CHICAGO, Ill. (Reuters) —Bayer AG, one of the world’s biggest agricultural chemical companies, is joining a US$100 million bet that the next big breakthrough in crop fertilizers will be found inside a biological Petri dish.
Its Bayer LifeScience Center division, along with biotech firm Ginkgo Bioworks, is forming a startup to focus on developing biological ways to reduce the use of nitrogen-based fertilizer or make farmers’ use more efficient, company officials said.
The still-unnamed business will focus on plant-based microbes, particularly finding ways for micro-organisms to help plants and the soil assimilate nitrogen molecules from the air or other sources, Gingko Bioworks chief executive officer Jason Kelly said.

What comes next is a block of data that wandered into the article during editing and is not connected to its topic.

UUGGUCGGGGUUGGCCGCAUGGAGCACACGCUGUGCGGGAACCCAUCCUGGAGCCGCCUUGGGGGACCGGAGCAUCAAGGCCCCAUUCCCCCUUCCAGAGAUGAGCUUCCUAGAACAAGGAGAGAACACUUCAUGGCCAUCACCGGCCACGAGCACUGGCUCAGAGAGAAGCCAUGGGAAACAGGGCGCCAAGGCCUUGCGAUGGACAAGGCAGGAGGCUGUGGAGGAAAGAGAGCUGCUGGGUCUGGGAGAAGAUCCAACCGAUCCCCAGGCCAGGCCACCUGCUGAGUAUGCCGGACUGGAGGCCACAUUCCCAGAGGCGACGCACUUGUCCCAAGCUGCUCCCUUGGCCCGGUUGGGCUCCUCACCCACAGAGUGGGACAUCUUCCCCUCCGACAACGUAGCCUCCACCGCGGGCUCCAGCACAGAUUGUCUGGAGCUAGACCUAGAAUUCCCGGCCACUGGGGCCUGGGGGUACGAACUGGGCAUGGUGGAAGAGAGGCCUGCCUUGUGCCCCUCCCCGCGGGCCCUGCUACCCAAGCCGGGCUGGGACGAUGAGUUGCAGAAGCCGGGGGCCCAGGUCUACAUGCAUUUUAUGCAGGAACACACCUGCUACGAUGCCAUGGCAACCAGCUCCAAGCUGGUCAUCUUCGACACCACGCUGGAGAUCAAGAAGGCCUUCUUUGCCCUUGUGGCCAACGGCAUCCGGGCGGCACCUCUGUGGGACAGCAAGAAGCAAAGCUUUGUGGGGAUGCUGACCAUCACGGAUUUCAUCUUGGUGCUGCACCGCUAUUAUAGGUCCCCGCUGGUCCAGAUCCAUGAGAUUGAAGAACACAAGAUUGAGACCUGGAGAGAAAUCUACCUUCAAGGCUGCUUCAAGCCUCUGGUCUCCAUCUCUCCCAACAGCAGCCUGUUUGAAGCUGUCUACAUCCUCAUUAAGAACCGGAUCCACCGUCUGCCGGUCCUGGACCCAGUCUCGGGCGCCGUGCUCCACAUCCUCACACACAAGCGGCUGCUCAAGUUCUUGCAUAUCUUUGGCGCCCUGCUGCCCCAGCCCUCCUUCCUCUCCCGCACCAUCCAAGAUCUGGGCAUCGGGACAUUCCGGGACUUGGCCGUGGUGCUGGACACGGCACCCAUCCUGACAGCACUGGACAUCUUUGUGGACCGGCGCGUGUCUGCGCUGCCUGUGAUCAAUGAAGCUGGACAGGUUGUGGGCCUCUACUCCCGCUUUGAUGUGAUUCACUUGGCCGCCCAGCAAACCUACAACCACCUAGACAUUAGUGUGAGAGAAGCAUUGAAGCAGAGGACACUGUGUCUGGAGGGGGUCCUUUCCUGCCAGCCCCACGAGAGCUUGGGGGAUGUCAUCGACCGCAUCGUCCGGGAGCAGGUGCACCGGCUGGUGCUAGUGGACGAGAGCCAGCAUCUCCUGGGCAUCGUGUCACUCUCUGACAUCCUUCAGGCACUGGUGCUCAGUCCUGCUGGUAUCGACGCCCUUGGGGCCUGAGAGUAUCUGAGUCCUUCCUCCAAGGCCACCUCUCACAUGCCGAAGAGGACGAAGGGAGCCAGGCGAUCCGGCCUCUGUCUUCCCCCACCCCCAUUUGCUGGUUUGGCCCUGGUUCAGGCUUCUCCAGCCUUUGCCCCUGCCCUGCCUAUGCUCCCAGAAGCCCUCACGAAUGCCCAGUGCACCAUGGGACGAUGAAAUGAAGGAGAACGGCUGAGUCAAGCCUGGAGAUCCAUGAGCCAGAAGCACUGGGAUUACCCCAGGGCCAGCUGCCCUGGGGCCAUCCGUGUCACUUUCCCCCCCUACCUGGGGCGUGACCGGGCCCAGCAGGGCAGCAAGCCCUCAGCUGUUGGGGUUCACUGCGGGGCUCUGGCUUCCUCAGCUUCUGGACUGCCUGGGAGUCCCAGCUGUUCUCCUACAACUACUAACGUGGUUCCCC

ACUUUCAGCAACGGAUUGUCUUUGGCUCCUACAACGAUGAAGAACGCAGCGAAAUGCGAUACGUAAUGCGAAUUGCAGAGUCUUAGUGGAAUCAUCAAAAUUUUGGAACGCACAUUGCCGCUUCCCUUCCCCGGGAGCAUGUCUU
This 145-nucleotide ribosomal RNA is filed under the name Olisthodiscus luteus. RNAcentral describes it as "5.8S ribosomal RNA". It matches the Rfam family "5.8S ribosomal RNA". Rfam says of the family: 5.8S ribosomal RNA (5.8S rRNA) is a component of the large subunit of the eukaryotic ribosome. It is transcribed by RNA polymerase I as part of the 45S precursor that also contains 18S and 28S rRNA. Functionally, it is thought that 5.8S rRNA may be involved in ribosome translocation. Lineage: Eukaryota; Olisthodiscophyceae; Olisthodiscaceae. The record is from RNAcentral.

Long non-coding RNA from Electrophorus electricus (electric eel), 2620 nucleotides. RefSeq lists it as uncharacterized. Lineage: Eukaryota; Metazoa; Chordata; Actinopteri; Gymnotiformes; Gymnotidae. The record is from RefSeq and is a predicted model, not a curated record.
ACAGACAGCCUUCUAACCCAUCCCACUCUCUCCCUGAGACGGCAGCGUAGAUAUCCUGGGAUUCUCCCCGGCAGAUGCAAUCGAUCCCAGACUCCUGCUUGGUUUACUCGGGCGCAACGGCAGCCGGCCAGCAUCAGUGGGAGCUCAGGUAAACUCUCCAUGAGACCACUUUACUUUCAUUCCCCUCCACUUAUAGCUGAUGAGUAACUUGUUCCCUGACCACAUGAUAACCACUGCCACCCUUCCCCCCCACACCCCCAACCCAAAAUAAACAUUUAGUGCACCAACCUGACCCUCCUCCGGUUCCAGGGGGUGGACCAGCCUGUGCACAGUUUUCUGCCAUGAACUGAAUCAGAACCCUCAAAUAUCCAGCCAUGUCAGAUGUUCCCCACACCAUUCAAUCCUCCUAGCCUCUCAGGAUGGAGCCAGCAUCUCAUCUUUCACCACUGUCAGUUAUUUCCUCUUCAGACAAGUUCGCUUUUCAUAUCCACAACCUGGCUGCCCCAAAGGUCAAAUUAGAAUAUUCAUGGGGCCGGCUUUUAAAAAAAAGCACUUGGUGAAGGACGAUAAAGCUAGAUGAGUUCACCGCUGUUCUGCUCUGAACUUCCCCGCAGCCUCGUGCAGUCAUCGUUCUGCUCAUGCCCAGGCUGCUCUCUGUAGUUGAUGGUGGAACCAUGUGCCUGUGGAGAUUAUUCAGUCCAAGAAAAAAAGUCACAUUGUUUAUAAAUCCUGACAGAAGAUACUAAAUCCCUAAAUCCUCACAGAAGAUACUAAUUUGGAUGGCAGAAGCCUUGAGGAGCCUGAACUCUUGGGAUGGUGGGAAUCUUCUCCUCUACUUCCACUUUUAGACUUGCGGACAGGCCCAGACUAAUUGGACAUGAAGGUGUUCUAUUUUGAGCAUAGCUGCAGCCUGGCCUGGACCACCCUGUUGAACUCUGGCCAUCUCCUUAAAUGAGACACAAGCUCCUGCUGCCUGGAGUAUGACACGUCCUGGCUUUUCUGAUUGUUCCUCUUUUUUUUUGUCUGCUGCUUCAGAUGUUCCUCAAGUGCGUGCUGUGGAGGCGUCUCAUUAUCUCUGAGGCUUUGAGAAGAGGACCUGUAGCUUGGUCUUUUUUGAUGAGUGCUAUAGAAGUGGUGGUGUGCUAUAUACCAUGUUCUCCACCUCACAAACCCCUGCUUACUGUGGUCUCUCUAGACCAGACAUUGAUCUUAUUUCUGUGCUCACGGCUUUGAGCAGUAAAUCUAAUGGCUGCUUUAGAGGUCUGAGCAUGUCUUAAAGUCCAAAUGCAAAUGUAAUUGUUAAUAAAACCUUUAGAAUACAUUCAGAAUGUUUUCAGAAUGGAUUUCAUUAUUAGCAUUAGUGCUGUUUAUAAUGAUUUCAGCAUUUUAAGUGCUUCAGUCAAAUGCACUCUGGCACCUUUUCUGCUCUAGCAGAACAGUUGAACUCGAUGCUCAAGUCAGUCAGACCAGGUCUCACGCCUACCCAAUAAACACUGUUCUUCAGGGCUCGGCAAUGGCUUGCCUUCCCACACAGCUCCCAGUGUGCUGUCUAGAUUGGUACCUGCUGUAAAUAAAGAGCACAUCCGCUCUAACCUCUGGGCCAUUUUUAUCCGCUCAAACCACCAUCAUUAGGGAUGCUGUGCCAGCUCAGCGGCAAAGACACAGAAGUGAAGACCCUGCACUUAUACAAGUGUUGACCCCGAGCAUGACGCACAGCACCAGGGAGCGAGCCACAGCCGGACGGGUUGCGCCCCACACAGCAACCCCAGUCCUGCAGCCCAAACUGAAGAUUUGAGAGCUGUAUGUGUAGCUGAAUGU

The effort is part of a broader push in agricultural research to harness the micro-organisms in plants and soil and, among other things, use them to improve crop yields or allow plants to thrive on lower amounts of fertilizer.
Reducing nitrogen fertilizer use would lessen concerns about water contamination and greenhouse gas emissions.
The Bayer-Gingko startup plans to hire 50 people and have offices at Ginkgo’s Boston facilities and in West Sacramento, California, home to Bayer’s plant biologics test facilities.
The venture will be backed by a Series A investment from the two companies and hedge fund Viking Global Investors LP.